Interesting Tidbits Emerge In The Wake of Maryland Casino Debate

Maryland Casino

Posted on August 3rd, 2012 at 12:08pm

The debate surrounding the appearance of Casino 6 on Maryland's November 2012 ballot along with Romney and Obama still continues coupled with very interesting lesser-known facets coming to light. Speaker Busch met with the Cornish camp who are still concerned about the possibility of Maryland Live and the proposed casino becoming rivals.

One hidden tidbit emerging from these talks is a stipulation that profits end up in the coffers of the correct locality. Many fail to realize National Harbor and Prince George's County do not share the same cash drawer. Governor O'Malley and members of both houses realize time is getting short for scheduling a special session.

Rumor has it O'Malley has set a target date of August 8th as the latest date possible in order that all data to appear on the November ballot is received by August 20th. The House appears more on board than the Senate, but both agree the ballot could be confusing to voters since one referendum must appear for the new casino and a second, separate referendum for tables at the five slot sites.

Another hidden tidbit emerged when it was stated that only three of the so-called five slot sites are currently operational. Baltimore City leaders are requesting a rough draft of the proposal since one of the yet-to-be-built slot sites is to be located there. Not only does the Senate appear to favor Casino 6, but wants to ban gaming tables at all sites.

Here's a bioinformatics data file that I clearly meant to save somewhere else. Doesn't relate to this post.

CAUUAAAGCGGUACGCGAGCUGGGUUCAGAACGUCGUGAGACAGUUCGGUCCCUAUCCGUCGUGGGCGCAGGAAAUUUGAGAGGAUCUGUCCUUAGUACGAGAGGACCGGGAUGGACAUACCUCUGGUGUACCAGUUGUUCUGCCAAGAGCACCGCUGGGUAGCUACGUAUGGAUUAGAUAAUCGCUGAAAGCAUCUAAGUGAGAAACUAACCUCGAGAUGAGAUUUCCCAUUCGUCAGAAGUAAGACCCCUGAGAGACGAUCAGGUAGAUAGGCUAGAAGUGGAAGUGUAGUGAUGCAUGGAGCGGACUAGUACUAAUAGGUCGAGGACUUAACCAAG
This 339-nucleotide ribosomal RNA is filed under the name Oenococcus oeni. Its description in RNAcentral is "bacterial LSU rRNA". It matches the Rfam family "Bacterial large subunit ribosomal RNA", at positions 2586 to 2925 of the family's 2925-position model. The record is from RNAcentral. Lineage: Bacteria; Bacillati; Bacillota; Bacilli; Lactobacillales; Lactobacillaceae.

The House appears to back the Maryland Live Casino's position but takes no position either way regarding the gaming table issue. In order for the special session to be considered, both branches acknowledge a rough draft proposal must become available for review by the end of July. Appearing from a dark corner is the issue regarding the expense of conducting a special session in Annapolis which would be borne by the taxpayers.

In view of the current economic situation in Maryland and across the nation, many hard-working Marylanders fail to see the need for what is being termed a rush to judgment when the issue could be taken up during the regular 2013 session. On the other side of the coin, Maryland lottery officials report a dynamic upsurge in ticket sales. Figures for fiscal year 2011 ending in June 2012, show $555 billion found its way to state coffers in spite of one billion going to prize winners.


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